7 January 2016

01/01/2016 NYD drams at Dornoch Castle Hotel

Another day another hike, another few drams. NYE took its toll: both punters and staff look worse for wear and one can tell there has been much drinking and eating going on, not much sleeping. We are greeted with a couple of surprises the staff wants us to analyse.

Mystery Dram #1 (unknown ABV, unknown bottler): nose: herbs, mostly -- thyme, lemon thyme, oregano, tarragon, chives. Mouth: sweet, sugary, with caramelised onions and a drop of jerez vinegar. Finish: more herbs and caramel -- this is definitely full of grain. Caramelised, softened onions, tarragon, thyme and a mildly metallic note. I reckon this is a grain or even a rum. We will never have confirmation, as the samples got mixed up and they cannot remember what it is. Likely a blended whisky. 8/10

Mystery Dram #2 -- Berry's Blend (unknown ABV, Berry Brothers & Co., b. ca 1900): the observing reader will notice this one is from before Berry Bros became Berry Bros & Rudd. Nose: brine, thin smoke and chicken-liver pâté. Diluted Marmite, after a while. Mouth: watery, sweet and gently smokey. Finish: lots of smoke, now. Less impressive, this. The balance does not do it for me. 6/10

Supper today is a buffet. Various salads for starter (couscous, pasta, green leaf, potato), smoked salmon, that sort of things. I carefully do not stock up too much, which is pretty wise. The main course is a choice of roast beef, baked salmon and roasted ham with choice of vegetables and the best gratin dauphinois I have ever tasted. Do I eat too much? Do I fuck! I have an excuse, though: the ham comes with an apricot sauce they nickname the Bowmore sauce. How am I supposed to resist that, really?
JS tops it off with a cranachan, while I manage to resist temptation. Well, I am not tempted at all, simply, it is included.

After the meal, a band plays folk music in the bar, which is very pleasant and gets the crowd clapping and cheering. We camp at the bar.

Dailuaine 14yo d.1971 (40%, GMP Connoisseurs Choice): nose: wet stones and yellow fruit (peach, plum), tree bark and a damp bothy. It opens up to become much fruitier with time. Mouth: mellow and approachable, with notes of tender, white wood, dandelion juice and chai. Finish: the wood takes over, with ginger, paprika, milk chocolate and a pinch of dried herbs (sage?) 7/10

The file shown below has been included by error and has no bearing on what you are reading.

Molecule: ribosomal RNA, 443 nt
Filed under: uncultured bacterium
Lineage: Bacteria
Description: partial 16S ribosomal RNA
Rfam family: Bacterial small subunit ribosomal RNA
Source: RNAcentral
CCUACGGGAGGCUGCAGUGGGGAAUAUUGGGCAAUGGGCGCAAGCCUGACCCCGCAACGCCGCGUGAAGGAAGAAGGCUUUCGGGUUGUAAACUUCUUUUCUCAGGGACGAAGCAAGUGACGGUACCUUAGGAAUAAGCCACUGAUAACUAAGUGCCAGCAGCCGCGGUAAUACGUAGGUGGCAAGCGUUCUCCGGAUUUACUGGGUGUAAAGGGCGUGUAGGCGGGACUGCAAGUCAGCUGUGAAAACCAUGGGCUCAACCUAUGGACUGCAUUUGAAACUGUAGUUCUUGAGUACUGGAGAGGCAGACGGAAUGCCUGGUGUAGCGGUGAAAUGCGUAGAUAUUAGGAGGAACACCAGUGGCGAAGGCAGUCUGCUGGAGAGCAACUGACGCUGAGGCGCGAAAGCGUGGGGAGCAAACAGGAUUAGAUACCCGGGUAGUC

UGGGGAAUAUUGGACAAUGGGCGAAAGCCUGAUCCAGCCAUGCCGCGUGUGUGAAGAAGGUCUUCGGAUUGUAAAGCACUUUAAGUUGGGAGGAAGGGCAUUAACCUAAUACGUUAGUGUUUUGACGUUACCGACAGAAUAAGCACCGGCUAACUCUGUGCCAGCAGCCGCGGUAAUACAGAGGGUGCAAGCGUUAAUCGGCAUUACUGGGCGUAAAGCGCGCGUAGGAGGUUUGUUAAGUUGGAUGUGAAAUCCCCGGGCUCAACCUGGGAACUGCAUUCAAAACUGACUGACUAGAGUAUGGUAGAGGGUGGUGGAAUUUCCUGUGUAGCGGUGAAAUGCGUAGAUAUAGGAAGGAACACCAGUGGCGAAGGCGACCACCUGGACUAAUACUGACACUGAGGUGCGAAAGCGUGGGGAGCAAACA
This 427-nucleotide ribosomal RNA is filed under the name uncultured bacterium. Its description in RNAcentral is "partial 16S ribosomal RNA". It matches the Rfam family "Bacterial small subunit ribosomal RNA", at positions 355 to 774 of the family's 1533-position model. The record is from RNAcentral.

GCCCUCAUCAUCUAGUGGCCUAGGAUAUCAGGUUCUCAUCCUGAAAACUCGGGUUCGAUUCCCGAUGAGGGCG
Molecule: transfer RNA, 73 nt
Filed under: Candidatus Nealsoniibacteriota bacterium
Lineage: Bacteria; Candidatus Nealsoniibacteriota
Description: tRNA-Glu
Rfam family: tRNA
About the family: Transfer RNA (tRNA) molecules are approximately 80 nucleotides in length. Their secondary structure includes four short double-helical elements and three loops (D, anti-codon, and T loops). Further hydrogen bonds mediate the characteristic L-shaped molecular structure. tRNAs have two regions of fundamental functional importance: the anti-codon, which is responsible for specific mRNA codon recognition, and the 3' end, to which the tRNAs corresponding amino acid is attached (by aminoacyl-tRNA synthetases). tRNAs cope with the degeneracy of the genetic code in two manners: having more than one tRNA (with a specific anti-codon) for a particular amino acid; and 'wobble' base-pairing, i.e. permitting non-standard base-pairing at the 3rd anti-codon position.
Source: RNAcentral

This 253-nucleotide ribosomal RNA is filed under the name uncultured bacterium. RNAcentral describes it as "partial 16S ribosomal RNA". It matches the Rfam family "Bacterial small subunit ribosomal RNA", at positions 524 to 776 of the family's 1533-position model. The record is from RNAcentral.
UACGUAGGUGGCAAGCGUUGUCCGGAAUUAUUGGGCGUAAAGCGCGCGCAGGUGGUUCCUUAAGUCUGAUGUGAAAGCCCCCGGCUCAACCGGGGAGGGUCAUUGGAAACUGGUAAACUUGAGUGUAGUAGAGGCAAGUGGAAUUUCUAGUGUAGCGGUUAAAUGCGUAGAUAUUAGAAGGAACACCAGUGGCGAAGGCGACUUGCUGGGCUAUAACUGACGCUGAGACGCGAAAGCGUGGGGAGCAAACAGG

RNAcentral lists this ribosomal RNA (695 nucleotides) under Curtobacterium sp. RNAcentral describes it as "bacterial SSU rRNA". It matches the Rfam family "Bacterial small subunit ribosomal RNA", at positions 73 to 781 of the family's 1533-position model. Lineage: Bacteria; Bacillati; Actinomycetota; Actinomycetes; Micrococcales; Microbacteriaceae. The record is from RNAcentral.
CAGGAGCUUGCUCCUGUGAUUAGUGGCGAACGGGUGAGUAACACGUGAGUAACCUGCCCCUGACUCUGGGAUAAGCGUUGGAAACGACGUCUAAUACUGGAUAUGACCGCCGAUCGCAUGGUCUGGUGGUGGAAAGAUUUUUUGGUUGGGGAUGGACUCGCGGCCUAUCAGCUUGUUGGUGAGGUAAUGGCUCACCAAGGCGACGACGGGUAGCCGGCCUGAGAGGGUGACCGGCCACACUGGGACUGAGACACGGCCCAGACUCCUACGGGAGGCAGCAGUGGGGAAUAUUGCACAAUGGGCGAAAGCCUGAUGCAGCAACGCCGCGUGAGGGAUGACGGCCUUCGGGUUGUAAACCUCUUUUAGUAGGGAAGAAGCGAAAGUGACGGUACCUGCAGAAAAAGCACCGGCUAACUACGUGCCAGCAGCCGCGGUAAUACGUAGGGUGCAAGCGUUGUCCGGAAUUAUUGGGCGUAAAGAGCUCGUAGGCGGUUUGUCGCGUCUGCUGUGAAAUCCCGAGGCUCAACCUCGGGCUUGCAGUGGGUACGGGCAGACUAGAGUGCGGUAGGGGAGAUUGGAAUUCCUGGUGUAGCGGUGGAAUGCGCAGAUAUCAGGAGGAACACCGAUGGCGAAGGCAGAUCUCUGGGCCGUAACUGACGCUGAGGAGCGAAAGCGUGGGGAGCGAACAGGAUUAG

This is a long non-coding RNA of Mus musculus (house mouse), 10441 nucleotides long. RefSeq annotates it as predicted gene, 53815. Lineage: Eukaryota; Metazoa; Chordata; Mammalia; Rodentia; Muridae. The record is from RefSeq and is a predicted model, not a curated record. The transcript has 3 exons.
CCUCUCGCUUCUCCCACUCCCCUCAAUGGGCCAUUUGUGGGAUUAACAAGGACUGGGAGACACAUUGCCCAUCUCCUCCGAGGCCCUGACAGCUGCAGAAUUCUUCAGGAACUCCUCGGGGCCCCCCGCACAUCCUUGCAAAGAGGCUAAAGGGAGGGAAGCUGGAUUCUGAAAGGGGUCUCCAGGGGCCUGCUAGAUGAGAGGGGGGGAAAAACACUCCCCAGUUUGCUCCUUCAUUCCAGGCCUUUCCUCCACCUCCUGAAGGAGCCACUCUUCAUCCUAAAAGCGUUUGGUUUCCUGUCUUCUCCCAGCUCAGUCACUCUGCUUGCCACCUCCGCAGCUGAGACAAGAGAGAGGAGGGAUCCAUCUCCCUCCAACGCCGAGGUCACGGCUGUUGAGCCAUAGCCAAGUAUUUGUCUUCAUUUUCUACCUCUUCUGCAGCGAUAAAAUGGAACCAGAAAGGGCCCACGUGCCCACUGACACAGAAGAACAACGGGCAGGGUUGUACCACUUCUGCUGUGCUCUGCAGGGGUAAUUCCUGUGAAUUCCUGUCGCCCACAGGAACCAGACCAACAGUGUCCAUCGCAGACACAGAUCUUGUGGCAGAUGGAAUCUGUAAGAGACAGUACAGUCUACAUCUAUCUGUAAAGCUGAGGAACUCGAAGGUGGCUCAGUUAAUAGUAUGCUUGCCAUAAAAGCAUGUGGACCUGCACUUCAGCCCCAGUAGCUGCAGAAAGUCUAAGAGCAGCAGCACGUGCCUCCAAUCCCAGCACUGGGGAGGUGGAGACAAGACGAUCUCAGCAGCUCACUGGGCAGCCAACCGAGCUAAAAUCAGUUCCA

Probably salvaged from the wreck
of a sunk battleship, by the look of it!
Convalmore 16yo 1962/1979 (80° PROOF/45.7GL, Cadenhead): we have an interesting discussion on why Gay-Lussac did not take off in the UK to measure the alcohol content. Nose: lime and limestone, this is mineral and bloody austere. I love it. Chalk, dust in the wind. I love it. New rubber comes out (the insulation on a new car door), then, thirty minutes later, capers in brine. Mouth: rounder than expected, though it comes with its share of lemon juice, still. Custard, some tingling pepper, to a point it almost sparkles. I love it. Yes, lime on limescale. It is effervescent. Finish: carries on as it started, with the austerity of limescale and the acidity of lemon juice. I love it. Won-der-ful. Did I mention I love it? 9/10

22.2 15yo 1975/1990 (58.9%, SMWS Society Cask): nose: overbaked lemon curd, very pronounced. Stewed, yellow fruit, caramelised compote, then... smoke!? Water makes it more subdued, though it also helps coal come out. Mouth: warm, yet gentle, behind the alcohol. Sweet and sugary, cast sugar. It is quite peppery too. With water, it is still bold and powerful, this time with more custard. Finish: apricot compote with added sugar. Water does not make it lose its power at all and brings out pear cake. This is really beautiful! My first independent Glenkinchie, I believe. 8/10

I am about to tease the boys regarding the lack of representation of a certain Invernesian distillery, when one of them pulls the following out of nowhere.

Glen Albyn 21yo d.1963 (40%, GMP Pinerolo Import): nose: caramel and rhubarb tart, walnut shells, dark syrup -- this covers quite a lot of the flavour spectrum. Mouth: more straightforward, with elderberry and wonderful jam. Finish: hot jam, compote, a bit of wood, all superbly integrated. Marvellous! 9/10

We discuss how the tastings the staff attends usually end up with everyone trying to one-up one another. JS notes that our regular tastings are the same. I reckon it is the male psyche that dictates that -- always try to be the leader of the pack, despite claiming it is not about that. JS translates it thus: "it's not a competition, as long as you are winning." Truer words were rarely spoken...

The lesser-spotted painted bunting was interested in my glass.
Probably got lost on its way to Florida.

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